Samsung enters the cloud market

Mega M&A week continues as mobile kingpin scoops up Joyent

20160427 samsung developer conference sdc sign

At its 2016 developer conference in San Francisco this week, the company worked to get developers excited about its software and services as well as its hardware platforms.

Credit: Stephen Lawson

For years those who track the cloud computing market have predicted consolidation. The market is young enough, promising enough, and the barriers to entry for companies that want a slice of this market are high enough that mergers and acquisitions are to be expected.

20160427 samsung developer conference sdc sign Stephen Lawson

At its 2016 developer conference in San Francisco this week, the company worked to get developers excited about its software and services as well as its hardware platforms.

Today, electronics, appliance, TV, tablet and smartphone heavyweight Samsung bought IaaS cloud computing provider Joyent. The move immediately puts Samsung into the competitive IaaS cloud market while simultaneously boosting the mid-sized provider Joyent’s potential go-to-market scale.

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Samsung has come to realize that it needs a cloud. Building one is difficult and expensive. In an interview with ZD Net, Samsung CTO Injong Rhee said the South Korean company wants to expand the functionality of services its able to provide to customers outside of devices they sell. The cloud is the natural answer. In buying Joyent, Samsung is buying a proven cloud platform that works out of the box and is ready for use.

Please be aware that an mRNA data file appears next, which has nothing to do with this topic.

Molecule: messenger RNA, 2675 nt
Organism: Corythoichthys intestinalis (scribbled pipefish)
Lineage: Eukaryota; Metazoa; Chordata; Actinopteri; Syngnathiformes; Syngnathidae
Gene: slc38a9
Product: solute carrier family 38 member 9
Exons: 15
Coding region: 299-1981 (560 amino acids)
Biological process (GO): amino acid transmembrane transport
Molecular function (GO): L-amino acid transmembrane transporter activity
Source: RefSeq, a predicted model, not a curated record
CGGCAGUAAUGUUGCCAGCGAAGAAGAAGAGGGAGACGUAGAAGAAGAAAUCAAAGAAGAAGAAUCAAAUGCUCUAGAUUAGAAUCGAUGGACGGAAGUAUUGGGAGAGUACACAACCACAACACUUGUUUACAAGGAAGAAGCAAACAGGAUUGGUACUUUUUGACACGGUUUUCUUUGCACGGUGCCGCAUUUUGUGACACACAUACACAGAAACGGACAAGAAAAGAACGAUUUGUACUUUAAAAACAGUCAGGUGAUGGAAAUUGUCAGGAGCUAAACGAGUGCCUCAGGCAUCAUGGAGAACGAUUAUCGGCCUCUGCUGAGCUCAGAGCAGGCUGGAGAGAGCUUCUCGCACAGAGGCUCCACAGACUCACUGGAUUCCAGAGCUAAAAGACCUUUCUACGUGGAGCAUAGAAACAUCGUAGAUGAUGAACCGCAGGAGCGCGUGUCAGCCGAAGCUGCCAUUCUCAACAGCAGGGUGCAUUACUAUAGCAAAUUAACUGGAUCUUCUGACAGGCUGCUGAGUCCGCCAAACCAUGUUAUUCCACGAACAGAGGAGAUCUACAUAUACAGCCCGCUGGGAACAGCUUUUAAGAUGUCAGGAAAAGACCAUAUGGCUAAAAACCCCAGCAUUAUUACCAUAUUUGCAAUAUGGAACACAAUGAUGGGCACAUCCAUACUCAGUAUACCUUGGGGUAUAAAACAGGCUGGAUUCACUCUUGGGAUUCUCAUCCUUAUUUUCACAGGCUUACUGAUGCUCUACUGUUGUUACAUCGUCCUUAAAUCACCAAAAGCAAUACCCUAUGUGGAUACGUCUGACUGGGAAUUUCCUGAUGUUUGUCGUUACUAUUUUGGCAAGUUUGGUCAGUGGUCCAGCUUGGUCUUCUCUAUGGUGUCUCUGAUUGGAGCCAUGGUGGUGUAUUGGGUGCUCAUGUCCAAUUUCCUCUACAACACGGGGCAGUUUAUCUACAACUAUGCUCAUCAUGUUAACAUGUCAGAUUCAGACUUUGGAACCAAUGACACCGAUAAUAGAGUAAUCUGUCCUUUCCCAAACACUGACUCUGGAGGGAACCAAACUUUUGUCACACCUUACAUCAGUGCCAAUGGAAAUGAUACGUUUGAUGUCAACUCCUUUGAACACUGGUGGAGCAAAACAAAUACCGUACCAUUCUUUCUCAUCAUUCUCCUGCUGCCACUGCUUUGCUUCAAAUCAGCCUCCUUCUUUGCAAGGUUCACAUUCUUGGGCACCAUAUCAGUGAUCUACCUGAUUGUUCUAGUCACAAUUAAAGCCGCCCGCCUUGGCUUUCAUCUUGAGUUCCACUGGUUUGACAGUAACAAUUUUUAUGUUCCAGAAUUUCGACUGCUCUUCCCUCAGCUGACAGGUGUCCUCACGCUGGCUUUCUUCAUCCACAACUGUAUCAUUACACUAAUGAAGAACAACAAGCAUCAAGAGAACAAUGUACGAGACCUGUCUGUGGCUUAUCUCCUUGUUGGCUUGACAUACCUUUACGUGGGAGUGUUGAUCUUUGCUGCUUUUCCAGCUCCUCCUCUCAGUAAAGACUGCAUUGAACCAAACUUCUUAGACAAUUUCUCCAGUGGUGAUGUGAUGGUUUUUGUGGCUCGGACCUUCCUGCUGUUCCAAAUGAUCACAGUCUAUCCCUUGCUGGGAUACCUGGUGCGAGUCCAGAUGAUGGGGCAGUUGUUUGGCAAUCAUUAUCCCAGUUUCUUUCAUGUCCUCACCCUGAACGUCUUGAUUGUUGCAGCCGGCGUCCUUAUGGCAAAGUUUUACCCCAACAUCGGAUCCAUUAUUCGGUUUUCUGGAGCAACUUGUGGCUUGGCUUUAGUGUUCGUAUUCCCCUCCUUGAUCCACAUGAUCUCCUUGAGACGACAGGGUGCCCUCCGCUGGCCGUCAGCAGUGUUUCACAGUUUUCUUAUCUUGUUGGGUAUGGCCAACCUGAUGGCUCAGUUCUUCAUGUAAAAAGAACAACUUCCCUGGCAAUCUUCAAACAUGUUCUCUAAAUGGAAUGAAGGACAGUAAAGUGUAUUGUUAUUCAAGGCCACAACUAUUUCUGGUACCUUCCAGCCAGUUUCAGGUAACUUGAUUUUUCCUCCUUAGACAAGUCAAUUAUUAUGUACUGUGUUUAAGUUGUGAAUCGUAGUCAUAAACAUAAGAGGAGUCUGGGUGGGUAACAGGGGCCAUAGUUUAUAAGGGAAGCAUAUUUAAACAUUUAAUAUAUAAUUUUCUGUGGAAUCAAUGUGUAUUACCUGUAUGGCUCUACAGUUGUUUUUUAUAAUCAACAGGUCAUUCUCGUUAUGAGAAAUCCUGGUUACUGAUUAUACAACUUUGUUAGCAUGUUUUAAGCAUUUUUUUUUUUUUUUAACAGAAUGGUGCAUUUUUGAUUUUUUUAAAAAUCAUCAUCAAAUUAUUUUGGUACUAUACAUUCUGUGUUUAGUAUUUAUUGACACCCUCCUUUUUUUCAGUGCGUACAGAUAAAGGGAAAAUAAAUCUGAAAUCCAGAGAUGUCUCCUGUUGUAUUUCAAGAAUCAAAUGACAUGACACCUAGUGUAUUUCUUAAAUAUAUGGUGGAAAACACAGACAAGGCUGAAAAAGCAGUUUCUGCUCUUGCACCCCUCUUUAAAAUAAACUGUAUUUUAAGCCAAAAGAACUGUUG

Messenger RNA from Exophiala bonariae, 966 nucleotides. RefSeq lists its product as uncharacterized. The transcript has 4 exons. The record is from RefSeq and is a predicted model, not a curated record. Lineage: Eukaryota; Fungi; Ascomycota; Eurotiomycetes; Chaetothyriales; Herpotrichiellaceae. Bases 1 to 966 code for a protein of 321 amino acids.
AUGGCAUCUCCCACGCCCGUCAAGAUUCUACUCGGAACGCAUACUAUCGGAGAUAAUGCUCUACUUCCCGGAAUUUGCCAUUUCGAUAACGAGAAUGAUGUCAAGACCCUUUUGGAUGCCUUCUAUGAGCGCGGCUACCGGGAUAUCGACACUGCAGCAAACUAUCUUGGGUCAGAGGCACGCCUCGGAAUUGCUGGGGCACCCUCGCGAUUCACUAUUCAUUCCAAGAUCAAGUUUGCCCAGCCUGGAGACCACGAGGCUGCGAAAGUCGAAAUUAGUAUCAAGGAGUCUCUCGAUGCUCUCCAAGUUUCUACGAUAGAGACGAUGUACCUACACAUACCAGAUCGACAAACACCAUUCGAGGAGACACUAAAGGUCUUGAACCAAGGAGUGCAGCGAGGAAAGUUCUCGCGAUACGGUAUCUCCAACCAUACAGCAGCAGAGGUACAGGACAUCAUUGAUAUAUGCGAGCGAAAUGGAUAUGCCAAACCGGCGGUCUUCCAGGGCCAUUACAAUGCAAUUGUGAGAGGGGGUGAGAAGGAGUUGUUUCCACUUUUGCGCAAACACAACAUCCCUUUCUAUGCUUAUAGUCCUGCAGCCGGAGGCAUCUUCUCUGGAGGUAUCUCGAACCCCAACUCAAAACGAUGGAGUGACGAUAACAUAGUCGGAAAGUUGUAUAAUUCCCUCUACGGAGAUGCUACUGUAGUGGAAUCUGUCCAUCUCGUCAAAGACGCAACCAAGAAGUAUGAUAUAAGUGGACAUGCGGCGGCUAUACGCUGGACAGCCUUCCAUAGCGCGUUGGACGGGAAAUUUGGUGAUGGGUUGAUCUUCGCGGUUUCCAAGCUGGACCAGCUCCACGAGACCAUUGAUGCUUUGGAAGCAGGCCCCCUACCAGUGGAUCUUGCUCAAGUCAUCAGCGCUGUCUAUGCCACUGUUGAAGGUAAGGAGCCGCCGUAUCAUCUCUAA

The acquisition by Samsung comes as its chief rival, Apple, is also reportedly developing new capabilities for its iCloud. The Information reports that those efforts have been stymied by political infighting within the company, however.

For Joyent, the company gets a cash infusion to help it grow. “Until today, we lacked one thing,” says Joyent CEO Scott Hammond in a blog post. “We lacked the scale required to compete effectively in the large, rapidly growing and fiercely competitive cloud computing market. Now, that changes.” Joyent is perceived by those who track the cloud market as a technically-savvy and proven vendor. It’s also one of the smaller providers in a market dominated by big names such as Amazon Web Services, Microsoft, Google, IBM, Rackspace and others.

Moves like this are not unprecedented. CenturyLink bought IaaS vendor Savvis, and later Tier 3 to build out IaaS capacity and cloud smarts. Verizon bought Terremark; IBM bought SoftLayer.

Stay tuned to see what exactly how Samsung’s devices evolve now they have a powerful cloud back-end at their disposal. And watch out to see if Joyent takes a step up in the cloud market, flush with a new investment and vote of confidence.

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